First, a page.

Most trans fats in your diet come from partially hydrogenated vegetable oils. Because they are inexpensive to produce and have a long shelf life. There is a range of processed foods that include trans fats. The partly hydrogenated oil should not be added to the processed goods as a result of the FDA’s 2018 ban. They are no longer GRAS. Although this restriction has been partially implemented, many processed foods still contain trans fats.

Saturated fat vs unsaturated fats

Here are few differences between saturated fat and unsaturated fats:

saturated fat vs unsaturated fats
Saturated fat vs Unsaturated fats
Recommended levels of fat intake:

According to the World health organization (WHO), total fat intake should not exceed 30% of total energy intake. Also, 

  • lower saturated fat consumption to less than 10% of total energy intake
  • lower trans-fat intake to less than 1% of total energy intake
  • Replace the saturated fat food list with unsaturated, particularly polyunsaturated fats.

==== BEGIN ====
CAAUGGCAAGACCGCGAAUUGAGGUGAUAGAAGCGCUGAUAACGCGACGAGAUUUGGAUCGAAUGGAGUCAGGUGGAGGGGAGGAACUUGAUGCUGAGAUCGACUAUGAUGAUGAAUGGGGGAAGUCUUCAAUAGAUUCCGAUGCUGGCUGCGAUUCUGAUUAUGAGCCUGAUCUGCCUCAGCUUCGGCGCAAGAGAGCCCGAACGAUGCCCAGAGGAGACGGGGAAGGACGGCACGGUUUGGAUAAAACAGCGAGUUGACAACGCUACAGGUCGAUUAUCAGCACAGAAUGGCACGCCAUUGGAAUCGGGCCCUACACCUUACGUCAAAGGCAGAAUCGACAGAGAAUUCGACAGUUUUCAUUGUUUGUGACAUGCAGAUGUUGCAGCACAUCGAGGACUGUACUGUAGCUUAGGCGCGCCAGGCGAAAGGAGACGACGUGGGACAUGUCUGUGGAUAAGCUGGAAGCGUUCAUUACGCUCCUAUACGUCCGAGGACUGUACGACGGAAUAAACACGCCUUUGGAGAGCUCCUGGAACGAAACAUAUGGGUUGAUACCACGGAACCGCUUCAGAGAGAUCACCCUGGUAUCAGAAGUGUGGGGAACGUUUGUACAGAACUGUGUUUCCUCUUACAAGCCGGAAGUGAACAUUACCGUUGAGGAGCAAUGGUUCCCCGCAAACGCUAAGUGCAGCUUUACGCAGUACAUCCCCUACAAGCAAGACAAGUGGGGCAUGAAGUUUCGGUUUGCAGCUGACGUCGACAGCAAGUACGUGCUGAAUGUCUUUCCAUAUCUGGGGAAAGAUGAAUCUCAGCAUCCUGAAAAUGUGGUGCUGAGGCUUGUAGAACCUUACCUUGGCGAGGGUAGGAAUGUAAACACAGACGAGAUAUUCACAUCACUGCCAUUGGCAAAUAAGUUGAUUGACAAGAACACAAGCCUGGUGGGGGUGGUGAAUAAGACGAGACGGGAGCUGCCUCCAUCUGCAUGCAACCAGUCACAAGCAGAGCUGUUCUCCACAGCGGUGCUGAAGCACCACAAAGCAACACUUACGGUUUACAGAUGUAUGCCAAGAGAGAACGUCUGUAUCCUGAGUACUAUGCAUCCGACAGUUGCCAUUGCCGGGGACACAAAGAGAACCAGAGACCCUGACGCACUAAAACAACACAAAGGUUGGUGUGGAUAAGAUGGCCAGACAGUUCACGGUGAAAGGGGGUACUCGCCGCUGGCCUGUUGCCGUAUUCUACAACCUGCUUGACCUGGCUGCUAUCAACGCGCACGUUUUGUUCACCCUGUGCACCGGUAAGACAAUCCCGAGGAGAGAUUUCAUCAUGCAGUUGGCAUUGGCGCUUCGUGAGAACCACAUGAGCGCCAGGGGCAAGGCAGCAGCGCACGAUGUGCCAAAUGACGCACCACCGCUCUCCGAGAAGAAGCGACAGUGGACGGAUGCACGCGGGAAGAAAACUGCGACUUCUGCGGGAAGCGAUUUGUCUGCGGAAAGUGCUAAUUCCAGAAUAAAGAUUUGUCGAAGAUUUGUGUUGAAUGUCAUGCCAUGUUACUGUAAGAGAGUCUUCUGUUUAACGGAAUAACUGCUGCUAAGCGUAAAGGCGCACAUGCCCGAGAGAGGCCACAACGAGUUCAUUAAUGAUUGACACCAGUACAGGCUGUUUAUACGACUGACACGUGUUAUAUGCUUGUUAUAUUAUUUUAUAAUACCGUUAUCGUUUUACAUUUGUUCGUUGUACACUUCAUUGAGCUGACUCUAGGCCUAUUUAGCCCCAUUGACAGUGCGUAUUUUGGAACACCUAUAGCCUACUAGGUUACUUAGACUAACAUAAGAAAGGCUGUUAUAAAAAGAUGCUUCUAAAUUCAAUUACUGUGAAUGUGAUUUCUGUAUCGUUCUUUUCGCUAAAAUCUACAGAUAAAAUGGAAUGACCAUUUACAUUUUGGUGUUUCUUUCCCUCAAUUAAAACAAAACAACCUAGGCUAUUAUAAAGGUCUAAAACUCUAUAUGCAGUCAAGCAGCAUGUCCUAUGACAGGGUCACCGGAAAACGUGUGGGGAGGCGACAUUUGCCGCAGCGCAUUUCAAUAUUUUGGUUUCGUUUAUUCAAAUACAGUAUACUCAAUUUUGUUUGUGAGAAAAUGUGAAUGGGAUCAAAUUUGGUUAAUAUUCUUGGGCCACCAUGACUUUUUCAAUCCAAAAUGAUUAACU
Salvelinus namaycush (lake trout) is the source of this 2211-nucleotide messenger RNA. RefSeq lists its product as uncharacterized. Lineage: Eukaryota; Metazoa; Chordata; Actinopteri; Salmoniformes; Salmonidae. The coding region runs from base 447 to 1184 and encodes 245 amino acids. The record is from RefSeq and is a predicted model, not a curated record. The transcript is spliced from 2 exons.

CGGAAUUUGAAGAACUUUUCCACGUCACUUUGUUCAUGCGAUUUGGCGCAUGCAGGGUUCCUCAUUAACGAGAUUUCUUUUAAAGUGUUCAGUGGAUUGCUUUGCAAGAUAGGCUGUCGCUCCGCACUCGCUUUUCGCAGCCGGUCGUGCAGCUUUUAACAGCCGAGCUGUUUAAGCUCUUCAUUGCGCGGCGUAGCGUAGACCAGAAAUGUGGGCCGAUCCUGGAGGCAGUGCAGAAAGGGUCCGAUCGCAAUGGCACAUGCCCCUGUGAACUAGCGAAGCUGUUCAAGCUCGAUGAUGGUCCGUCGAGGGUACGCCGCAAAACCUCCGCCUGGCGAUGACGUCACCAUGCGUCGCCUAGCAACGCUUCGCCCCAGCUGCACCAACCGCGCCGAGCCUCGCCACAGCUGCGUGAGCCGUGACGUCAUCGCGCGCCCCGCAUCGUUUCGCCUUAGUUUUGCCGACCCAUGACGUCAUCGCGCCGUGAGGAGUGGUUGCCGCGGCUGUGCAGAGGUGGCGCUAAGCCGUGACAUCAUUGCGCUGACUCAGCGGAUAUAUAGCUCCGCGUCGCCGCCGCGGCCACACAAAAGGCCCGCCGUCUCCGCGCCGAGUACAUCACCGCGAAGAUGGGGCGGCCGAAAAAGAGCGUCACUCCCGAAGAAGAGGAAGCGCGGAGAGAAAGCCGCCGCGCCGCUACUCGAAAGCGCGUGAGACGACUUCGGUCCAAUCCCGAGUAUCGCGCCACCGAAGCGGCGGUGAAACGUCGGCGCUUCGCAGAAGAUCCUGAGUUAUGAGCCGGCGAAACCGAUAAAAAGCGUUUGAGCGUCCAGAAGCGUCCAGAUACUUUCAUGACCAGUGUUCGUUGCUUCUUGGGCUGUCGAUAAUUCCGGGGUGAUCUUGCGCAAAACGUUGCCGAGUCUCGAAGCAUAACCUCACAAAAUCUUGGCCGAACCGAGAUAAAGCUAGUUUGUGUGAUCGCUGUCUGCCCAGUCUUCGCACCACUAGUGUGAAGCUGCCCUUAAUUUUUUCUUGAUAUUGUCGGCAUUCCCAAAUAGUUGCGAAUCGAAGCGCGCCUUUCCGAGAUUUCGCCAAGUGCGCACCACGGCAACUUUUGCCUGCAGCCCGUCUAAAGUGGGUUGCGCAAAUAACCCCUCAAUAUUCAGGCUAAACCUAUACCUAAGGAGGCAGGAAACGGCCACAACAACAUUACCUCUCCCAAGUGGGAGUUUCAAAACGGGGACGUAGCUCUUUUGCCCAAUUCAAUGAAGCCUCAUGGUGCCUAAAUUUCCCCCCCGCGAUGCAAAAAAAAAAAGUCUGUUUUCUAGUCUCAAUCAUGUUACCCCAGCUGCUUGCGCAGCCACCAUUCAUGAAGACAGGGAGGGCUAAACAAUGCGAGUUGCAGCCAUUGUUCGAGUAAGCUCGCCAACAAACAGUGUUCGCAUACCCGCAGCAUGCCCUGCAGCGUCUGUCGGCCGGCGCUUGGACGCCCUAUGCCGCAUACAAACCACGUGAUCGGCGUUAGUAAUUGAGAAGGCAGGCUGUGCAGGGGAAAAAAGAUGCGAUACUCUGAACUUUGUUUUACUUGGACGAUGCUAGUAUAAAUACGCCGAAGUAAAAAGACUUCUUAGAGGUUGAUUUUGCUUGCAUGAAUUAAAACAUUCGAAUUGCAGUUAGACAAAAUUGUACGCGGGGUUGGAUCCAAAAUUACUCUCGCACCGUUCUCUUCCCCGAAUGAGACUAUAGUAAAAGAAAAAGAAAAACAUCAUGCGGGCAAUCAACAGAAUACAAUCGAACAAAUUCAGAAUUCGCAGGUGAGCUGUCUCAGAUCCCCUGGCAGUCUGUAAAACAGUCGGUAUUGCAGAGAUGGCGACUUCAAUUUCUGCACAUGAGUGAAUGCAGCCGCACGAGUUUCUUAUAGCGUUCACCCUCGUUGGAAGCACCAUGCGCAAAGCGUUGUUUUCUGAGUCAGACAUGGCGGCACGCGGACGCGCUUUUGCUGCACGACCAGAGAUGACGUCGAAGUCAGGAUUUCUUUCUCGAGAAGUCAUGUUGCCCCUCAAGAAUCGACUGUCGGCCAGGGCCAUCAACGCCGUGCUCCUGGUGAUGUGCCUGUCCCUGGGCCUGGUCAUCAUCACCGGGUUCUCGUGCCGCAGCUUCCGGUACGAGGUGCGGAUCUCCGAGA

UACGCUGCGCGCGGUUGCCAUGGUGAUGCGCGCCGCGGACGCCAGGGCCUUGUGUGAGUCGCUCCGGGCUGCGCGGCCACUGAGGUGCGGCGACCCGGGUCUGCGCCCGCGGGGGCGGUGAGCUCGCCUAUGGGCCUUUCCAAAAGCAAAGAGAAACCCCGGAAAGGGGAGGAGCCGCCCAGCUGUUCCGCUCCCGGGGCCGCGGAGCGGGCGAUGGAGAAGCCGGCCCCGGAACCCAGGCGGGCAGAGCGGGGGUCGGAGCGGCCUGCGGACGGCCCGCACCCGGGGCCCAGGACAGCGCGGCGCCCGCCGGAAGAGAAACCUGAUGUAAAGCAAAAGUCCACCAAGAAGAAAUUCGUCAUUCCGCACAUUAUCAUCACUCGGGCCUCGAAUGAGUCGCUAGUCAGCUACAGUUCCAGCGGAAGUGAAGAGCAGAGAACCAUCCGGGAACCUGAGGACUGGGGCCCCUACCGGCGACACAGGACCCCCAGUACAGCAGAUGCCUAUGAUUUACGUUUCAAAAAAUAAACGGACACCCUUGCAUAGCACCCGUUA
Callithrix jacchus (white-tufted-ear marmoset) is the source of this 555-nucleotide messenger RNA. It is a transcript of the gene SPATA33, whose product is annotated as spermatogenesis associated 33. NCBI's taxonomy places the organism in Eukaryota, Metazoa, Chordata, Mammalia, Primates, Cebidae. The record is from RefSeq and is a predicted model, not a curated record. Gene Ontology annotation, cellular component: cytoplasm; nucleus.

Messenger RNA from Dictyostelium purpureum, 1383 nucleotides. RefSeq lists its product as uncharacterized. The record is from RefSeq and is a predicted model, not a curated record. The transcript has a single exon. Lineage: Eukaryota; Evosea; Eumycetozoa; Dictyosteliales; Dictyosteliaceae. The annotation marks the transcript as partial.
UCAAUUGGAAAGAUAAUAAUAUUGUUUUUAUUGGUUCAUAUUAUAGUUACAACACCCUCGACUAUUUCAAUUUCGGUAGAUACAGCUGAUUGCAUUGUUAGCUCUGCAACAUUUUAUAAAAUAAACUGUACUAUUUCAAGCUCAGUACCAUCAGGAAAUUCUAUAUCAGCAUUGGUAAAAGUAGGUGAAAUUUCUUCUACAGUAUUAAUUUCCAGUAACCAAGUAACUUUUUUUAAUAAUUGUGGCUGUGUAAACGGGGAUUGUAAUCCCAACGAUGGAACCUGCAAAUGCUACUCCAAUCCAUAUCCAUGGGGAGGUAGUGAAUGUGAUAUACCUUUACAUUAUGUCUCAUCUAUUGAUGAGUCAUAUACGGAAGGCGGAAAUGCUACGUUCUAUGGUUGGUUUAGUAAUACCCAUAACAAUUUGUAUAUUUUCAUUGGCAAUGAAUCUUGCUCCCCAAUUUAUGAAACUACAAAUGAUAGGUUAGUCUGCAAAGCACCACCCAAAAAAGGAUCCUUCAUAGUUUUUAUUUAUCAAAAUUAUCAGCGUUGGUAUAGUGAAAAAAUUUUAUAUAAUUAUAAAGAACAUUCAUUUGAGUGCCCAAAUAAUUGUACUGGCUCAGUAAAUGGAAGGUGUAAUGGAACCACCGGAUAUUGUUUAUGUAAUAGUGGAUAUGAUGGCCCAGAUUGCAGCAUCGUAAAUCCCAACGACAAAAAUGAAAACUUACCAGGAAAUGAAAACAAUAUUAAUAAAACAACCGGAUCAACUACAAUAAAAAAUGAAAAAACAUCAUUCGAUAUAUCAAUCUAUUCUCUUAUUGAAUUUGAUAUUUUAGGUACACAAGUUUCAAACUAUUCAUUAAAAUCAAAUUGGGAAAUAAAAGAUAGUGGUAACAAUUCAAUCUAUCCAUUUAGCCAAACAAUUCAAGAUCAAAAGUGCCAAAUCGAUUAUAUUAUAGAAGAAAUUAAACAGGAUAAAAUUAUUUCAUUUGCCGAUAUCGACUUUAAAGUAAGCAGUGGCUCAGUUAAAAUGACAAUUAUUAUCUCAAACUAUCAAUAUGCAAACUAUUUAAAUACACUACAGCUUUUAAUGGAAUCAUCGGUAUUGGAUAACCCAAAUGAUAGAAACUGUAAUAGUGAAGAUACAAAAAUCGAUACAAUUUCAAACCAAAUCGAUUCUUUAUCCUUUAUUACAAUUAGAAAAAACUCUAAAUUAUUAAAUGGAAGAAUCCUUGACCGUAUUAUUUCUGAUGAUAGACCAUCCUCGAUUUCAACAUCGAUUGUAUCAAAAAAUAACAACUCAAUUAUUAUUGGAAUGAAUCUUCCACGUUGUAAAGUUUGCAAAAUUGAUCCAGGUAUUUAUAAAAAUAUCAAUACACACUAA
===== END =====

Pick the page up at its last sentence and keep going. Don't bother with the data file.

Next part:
Tips for a fat-friendly diet:

The following are some simple strategies for people to regulate their fat consumption in their diet:

  • Choosing low-fat dairy over full-fat dairy, or lean meat over fatty pieces of meat.
  • Avoiding foods that claim to be fat-free . To replace the fats, many of these items contain added sugars and refined carbs. However,it’s possible that these additives can raise caloric consumption without adding any additional dietary value.
  • Know about saturated fat content by reading nutritional labels such as the reference intake (RI) on the front of packages.
  • Foods high in trans fats and sodium (processed foods) should be avoided
  • When cooking, use steaming or boiling rather than frying.
  • Changing to fats that are good for you. Unsaturated fats are abundant in foods like sardines, avocado, and walnuts. These may help with brain development, immune system strength, and heart health. (Foods to boost immunity in kids)
How to replace saturated fat sources with healthier ones?

Fats are important for your body. Hence, eliminating them from the diet will not be a great option. You can introduce healthy fats to your diet with a few simple modifications.

Replace bad fats with good ones
saturated fat vs unsaturated fats
saturated fat sources
Saturated fat vs unsaturated fats: Replace bad fats with good ones

You do not have to eliminate fat from your diet. However, you should be cautious about the amount and type of fat you consume. Also, keep in mind that fat contains a lot of calories. Choose unsaturated fat-rich foods instead of saturated fat-rich foods, not in addition to them.